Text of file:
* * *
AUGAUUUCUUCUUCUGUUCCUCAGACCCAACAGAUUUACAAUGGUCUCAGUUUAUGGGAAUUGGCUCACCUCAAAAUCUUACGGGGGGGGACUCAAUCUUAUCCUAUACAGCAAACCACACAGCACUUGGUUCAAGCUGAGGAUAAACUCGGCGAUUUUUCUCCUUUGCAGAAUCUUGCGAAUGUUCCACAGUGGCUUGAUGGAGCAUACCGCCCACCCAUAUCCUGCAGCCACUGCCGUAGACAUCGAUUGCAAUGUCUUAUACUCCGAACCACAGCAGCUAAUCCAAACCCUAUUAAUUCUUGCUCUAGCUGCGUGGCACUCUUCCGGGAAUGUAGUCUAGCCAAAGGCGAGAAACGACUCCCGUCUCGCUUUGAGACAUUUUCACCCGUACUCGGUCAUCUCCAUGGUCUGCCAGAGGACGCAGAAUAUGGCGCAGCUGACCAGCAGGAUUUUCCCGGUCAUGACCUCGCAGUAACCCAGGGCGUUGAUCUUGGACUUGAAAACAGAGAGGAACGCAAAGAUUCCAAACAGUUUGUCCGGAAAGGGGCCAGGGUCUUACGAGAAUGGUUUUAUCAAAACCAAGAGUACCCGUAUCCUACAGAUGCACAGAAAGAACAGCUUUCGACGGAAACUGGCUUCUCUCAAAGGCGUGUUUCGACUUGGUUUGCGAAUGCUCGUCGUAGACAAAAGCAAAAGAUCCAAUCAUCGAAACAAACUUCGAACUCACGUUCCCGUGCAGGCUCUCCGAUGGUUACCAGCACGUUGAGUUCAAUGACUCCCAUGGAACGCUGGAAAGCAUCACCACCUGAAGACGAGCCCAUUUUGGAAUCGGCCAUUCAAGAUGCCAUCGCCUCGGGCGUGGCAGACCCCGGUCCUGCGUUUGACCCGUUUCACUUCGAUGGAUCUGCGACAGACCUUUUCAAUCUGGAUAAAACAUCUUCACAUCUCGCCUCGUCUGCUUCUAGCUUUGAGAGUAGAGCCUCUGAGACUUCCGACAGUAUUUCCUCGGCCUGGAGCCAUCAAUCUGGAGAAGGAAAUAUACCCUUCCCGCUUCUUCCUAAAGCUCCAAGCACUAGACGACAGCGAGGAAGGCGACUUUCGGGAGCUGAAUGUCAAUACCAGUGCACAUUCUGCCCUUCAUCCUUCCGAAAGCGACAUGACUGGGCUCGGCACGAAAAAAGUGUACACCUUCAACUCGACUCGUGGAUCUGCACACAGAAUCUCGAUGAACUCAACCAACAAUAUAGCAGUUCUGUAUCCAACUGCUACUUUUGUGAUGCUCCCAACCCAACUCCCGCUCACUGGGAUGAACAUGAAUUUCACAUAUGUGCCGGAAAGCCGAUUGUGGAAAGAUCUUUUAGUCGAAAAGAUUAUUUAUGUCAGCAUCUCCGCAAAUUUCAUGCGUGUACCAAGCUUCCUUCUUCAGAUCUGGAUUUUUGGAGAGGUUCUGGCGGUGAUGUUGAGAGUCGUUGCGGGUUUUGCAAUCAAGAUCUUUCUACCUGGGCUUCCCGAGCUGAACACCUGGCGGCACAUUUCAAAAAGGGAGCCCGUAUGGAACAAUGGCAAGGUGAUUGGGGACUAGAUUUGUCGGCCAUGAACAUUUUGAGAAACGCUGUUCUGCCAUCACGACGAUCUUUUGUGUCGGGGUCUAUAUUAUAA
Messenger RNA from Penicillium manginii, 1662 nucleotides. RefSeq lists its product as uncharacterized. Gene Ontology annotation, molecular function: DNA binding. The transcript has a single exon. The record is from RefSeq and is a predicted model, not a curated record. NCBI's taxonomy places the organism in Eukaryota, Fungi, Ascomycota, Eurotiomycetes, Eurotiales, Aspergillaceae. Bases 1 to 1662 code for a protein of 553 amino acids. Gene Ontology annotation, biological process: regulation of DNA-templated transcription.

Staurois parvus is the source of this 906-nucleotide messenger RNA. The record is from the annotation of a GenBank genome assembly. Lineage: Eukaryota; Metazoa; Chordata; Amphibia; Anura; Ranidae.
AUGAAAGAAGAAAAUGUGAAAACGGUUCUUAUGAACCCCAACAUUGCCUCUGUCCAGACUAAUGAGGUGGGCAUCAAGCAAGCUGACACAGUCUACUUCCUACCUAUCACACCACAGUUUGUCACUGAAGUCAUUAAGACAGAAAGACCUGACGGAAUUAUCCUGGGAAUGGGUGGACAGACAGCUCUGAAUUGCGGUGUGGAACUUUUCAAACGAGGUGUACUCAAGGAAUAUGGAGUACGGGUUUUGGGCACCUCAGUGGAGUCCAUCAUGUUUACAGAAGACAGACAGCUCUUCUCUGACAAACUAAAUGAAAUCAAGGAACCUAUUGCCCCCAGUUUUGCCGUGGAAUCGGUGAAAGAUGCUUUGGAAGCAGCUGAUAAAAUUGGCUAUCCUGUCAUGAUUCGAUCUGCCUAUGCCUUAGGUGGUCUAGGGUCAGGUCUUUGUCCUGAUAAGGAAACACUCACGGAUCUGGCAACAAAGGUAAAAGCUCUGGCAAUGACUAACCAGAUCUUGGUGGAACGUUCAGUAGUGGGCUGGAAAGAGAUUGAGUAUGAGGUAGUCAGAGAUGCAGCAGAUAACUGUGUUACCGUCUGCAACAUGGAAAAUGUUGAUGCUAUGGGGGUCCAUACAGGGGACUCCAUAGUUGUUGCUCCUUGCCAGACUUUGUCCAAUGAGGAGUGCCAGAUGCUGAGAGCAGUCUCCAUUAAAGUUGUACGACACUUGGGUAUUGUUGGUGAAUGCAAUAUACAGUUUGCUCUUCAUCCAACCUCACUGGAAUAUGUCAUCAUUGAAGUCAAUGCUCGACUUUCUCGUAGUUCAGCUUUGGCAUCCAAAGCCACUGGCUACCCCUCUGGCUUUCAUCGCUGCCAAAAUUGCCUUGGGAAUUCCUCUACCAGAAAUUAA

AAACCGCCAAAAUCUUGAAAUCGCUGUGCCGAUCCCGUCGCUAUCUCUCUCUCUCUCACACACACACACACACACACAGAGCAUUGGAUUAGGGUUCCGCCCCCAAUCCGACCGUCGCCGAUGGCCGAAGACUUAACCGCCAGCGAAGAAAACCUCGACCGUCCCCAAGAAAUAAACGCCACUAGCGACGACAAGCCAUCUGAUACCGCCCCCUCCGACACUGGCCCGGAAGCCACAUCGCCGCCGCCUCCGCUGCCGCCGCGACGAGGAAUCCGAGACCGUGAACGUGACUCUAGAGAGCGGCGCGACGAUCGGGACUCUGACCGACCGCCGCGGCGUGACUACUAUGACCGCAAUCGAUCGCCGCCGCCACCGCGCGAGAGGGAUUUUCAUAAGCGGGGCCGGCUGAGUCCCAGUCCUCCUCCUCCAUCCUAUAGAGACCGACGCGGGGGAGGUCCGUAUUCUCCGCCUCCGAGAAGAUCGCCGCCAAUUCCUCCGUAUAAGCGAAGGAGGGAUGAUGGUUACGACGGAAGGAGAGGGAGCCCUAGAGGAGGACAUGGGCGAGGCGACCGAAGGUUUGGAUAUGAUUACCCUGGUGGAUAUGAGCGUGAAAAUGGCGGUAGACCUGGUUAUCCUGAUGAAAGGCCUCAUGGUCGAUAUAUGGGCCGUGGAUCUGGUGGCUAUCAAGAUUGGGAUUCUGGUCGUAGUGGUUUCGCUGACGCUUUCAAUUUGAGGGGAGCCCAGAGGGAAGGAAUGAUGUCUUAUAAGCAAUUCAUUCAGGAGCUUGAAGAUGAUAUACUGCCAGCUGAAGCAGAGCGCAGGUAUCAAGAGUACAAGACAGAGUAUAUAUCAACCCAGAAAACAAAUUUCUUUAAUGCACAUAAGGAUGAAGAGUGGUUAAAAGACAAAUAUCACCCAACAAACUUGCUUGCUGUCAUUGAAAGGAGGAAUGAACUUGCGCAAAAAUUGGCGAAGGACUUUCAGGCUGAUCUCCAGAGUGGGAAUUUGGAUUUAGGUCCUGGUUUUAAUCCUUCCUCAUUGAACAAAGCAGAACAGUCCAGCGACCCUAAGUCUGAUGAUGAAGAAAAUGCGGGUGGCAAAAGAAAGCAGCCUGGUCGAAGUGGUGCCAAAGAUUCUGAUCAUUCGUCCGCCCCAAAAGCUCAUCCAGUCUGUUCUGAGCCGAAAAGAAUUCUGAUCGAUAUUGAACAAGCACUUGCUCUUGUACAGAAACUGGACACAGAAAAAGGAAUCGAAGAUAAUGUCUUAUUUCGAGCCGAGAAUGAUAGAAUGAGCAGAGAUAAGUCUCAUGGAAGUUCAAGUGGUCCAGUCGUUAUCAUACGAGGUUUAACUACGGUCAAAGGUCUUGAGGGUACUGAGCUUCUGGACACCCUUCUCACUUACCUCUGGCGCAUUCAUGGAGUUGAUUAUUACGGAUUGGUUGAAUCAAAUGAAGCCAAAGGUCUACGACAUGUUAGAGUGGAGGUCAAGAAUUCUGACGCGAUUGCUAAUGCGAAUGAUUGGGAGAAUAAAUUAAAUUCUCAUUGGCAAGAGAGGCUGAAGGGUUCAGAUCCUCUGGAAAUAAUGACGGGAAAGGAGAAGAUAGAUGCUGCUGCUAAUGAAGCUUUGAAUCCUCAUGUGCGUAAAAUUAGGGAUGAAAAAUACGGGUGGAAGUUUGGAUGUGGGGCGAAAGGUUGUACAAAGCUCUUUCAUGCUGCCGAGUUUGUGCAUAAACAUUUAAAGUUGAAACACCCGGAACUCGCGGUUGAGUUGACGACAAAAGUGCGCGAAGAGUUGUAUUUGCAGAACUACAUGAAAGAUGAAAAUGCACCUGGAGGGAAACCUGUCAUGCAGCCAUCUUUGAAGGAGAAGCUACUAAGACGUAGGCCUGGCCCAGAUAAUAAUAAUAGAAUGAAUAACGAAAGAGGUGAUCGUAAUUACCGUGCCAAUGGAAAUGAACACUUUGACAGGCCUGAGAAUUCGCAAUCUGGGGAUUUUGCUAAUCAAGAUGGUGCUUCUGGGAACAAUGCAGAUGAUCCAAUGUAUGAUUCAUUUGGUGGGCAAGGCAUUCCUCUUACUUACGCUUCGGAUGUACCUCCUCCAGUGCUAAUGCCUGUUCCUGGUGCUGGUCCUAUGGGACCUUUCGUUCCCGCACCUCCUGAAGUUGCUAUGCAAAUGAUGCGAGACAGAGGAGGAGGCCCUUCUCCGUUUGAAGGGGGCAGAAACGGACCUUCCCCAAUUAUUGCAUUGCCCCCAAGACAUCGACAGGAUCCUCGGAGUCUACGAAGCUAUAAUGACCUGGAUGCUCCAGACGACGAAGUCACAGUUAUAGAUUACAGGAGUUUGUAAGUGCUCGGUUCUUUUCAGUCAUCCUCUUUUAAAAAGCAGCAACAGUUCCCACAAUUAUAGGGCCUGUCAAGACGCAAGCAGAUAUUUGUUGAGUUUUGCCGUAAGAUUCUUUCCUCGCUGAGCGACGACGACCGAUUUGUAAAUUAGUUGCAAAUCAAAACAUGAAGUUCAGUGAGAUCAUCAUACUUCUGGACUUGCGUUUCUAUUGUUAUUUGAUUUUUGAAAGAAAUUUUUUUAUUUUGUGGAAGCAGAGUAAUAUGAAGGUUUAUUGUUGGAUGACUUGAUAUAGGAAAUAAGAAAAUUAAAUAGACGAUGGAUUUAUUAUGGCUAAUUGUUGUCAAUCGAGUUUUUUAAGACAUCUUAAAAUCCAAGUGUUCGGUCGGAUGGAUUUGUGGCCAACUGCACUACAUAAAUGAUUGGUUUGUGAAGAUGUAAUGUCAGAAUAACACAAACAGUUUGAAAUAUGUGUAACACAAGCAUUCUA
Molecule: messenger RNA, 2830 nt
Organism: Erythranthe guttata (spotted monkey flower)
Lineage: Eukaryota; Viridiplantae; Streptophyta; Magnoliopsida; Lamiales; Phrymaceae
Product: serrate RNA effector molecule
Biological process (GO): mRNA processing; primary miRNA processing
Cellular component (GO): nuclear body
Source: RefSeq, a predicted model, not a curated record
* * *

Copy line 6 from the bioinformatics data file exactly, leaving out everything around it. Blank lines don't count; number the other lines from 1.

Molecule: messenger RNA, 2830 nt